• continued business planning (for farms awarded in a previous year) up to $2,500
  • business planning up to $5,000
Guidelines remain the same DAP covers 80% of the cost up to the value of the award and the farm is responsible for 20%.  Visit


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Dear Hemp Growers & Processors: Our exchange board has its first postings; plenty of interest in selling and purchasing. You can check it out at

 *The NY Hemp Exchange Board is posted for your information and research purposes. Cornell Cooperative Extension does not endorse or recommend any product, service, individual, business or other entity. All "Hemp Exchanges" are posted at the discretion of CCE. "Hemp Exchanges" requests may be denied or removed at any time for any reason Maire Ullrich, MBA Agriculture Program Leader Eastern New York Horticulture Team - Vegetables Cornell University Cooperative Extension Orange County

2018 Drug Residue Prevention Manual

For more than 30 years, the U.S. dairy industry has focused educational efforts on the judicious use of antibiotics through the annual publication of a Best Practices Manual. The 2018 edition of the National Dairy FARM Program: Farmers Assuring Responsible Management? Milk and Dairy Beef Drug Residue Prevention Manual is the primary educational tool for dairy farm managers throughout the country on the judicious and responsible use of antibiotics, including avoidance of drug residues in milk and meat.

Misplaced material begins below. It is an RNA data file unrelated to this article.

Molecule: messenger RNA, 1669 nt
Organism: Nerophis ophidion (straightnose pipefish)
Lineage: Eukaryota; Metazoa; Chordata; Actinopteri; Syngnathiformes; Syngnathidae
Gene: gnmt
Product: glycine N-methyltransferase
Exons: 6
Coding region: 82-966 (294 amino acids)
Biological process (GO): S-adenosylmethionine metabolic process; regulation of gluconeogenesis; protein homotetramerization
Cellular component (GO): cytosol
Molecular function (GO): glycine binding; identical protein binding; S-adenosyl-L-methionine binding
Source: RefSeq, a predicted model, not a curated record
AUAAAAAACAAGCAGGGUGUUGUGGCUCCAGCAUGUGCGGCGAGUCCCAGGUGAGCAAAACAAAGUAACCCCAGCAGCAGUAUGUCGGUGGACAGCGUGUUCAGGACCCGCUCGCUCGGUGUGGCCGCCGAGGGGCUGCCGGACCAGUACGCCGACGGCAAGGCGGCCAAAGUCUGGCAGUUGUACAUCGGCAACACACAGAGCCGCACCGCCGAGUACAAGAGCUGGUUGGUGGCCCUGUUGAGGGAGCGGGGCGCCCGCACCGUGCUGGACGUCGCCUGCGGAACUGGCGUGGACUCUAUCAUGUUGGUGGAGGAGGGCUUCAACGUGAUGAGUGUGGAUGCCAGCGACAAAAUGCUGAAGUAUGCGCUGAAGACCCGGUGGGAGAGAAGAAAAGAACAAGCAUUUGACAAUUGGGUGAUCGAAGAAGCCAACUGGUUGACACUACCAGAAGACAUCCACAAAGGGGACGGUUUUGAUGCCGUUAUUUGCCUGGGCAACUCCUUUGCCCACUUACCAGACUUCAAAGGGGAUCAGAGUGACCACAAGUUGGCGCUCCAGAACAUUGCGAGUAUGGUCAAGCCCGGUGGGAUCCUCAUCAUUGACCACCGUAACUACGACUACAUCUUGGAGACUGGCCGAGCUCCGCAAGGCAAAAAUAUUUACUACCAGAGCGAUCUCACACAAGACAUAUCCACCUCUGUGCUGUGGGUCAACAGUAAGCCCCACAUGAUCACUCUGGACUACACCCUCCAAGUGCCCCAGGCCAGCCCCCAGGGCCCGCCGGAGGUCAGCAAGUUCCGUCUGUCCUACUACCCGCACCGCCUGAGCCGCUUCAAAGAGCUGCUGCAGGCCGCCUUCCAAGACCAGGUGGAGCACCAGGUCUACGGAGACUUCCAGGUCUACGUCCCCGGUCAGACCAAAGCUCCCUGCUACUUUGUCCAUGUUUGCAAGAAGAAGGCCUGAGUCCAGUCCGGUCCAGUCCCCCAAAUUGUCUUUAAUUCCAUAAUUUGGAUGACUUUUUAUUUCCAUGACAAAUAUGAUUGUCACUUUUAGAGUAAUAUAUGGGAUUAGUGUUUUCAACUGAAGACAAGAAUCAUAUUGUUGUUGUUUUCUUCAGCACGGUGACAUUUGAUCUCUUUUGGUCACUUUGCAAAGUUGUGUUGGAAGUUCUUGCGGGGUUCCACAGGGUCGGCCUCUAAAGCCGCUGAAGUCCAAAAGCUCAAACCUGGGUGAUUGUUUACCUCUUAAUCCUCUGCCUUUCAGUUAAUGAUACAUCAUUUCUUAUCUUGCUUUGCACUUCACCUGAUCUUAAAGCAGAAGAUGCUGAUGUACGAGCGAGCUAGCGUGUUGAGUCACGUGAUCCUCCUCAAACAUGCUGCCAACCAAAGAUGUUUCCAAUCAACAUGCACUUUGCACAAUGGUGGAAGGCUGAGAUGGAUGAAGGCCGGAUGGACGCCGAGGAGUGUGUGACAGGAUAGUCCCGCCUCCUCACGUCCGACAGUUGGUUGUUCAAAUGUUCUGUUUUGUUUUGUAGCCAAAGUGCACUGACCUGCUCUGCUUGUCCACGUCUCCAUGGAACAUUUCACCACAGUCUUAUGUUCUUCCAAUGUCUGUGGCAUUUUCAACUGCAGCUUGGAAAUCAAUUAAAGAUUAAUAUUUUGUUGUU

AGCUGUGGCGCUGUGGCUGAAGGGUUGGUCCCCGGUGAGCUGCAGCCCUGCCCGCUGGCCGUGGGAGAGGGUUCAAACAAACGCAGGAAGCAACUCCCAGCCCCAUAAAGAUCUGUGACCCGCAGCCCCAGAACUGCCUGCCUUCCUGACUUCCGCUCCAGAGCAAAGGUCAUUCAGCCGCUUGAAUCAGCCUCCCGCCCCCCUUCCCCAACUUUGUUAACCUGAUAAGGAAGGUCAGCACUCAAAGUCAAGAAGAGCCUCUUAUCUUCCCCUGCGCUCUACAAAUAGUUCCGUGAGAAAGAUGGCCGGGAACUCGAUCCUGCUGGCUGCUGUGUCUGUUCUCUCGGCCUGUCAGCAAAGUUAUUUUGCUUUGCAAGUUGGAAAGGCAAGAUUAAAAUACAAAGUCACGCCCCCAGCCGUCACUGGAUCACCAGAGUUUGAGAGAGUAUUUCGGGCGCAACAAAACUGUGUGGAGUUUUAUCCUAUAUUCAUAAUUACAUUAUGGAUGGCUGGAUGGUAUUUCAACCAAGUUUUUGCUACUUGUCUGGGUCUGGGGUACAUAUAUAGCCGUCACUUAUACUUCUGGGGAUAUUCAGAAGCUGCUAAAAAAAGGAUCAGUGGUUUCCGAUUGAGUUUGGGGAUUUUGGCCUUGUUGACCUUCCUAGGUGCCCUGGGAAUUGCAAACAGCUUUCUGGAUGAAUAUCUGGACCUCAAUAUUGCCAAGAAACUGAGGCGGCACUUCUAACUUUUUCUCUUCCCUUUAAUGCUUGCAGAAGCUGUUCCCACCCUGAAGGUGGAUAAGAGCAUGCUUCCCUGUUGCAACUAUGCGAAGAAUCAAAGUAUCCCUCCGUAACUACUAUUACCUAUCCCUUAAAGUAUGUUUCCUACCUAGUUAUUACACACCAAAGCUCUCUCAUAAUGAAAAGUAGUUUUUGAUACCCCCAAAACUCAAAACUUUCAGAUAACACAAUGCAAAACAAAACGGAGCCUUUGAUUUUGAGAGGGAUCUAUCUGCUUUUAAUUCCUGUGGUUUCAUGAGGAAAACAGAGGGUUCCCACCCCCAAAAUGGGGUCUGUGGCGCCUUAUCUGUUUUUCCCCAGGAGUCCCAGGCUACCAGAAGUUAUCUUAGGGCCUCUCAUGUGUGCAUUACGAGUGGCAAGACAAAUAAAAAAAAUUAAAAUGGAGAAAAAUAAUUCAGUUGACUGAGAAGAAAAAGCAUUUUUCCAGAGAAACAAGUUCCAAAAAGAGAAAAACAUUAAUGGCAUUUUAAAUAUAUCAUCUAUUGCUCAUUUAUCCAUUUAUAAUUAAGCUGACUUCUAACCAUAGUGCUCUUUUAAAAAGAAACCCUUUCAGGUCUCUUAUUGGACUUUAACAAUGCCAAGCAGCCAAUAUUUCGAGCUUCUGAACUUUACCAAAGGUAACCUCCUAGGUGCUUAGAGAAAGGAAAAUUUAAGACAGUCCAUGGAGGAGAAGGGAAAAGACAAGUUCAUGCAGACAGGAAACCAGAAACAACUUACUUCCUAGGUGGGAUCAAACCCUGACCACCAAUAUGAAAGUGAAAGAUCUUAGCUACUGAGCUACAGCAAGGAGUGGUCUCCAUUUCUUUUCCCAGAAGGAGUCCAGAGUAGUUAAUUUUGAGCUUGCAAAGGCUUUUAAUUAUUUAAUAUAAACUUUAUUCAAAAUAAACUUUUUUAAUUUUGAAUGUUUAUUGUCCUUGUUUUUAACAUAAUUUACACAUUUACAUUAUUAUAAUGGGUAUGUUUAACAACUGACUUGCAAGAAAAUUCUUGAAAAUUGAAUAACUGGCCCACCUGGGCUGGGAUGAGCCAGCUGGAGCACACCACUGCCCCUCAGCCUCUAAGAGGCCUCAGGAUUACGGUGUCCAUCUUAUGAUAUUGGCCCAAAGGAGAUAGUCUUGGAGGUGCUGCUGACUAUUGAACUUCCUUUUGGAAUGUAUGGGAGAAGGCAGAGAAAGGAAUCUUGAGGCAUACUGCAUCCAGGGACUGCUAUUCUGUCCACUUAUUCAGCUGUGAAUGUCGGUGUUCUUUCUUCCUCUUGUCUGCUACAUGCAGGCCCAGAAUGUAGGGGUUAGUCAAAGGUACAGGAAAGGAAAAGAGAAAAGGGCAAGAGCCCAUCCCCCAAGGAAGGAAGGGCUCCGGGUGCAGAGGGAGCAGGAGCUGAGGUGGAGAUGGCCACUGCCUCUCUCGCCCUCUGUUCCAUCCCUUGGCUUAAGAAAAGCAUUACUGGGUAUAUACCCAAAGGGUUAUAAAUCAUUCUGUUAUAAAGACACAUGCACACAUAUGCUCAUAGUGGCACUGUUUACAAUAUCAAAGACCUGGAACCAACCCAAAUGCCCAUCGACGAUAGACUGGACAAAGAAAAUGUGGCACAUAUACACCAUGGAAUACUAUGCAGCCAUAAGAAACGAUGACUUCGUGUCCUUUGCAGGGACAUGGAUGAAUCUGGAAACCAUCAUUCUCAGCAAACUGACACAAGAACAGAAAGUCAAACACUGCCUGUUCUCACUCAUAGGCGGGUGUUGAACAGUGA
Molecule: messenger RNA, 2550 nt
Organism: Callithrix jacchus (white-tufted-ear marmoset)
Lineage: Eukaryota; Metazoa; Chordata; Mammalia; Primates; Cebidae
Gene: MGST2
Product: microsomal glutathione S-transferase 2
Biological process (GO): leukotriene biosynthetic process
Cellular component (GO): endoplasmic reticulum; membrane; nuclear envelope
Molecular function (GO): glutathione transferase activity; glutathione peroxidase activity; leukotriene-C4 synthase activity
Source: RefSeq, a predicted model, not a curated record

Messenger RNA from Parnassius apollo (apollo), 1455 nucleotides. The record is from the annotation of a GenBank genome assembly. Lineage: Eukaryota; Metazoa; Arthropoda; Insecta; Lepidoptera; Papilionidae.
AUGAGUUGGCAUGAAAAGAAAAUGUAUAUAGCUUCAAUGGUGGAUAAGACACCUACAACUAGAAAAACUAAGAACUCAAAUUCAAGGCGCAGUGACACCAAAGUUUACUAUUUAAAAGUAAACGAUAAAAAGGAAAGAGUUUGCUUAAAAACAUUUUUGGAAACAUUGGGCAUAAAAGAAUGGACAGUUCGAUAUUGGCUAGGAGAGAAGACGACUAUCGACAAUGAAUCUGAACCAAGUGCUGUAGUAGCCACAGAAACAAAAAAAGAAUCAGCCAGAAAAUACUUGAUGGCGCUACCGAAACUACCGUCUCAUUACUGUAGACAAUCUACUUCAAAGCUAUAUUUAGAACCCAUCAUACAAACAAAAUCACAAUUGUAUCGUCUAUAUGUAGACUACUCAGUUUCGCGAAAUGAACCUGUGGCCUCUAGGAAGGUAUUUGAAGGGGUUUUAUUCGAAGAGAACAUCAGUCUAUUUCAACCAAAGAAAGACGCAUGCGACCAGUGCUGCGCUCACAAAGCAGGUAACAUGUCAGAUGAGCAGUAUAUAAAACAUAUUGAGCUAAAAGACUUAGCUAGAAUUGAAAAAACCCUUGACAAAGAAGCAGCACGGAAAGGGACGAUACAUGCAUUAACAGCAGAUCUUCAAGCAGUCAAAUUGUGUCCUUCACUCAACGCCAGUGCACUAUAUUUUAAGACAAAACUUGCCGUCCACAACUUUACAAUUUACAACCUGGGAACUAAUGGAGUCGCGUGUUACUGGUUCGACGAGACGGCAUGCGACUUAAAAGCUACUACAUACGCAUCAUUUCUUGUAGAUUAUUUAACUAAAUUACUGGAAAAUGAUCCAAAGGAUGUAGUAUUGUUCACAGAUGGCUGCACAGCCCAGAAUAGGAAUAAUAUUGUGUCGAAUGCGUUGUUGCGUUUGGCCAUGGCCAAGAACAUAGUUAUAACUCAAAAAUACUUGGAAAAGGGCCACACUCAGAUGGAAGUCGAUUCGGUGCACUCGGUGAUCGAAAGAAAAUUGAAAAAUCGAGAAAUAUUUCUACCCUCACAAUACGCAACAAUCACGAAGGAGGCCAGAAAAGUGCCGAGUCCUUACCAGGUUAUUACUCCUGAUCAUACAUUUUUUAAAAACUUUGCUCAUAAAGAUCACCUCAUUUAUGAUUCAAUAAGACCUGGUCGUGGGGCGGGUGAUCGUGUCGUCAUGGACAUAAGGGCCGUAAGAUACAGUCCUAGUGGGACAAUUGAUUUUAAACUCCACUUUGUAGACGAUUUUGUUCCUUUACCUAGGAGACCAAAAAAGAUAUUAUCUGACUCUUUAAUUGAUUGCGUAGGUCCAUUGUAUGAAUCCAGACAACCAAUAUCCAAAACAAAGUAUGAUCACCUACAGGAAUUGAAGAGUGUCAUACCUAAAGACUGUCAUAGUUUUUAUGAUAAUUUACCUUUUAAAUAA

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Western New York Dairy Farmers Kim Shaklee and Janice Brown make the news with their successful Dairy Grazing Apprenticeship match. Kim and Janice are Master Graizers, and they are working hard with their Apprentice, Travis Belmore and preparing Lauren La Mar for an official Apprenticeship.

ProDairy Forage Management

Are you prepared to change your routine this spring?

By: Joe Lawrence, Cornell CALS PRO-DAIRY and Ron Kuck, Cornell Cooperative Extension North Country Regional Ag Team

While spring tasks vary by farm, there are many "rites of spring," and they are often completed in a fairly rigid sequence. Depending on the farm, these often include fixing fence, spreading manure, planting new seedings, planting corn and harvesting first cutting, and are often performed in this order.

We are optimistic that the upcoming turn in weather will allow these task to be accomplished in a timely manner, but at this point it is time to ask yourself: Are you willing to change your spring routine?

In addition to adverse weather it is no secret that everyone is facing extremely tight economic times, and dealing with forage inventories of poor digestibility forages from 2017. This combination of factors makes it more critical than ever to be ready to tackle the task that will have the most impact on your business at the proper time.

Recent reference articles on dealing with tough times:
• Key Opportunities to Optimize 2018 Crop Production Efficiency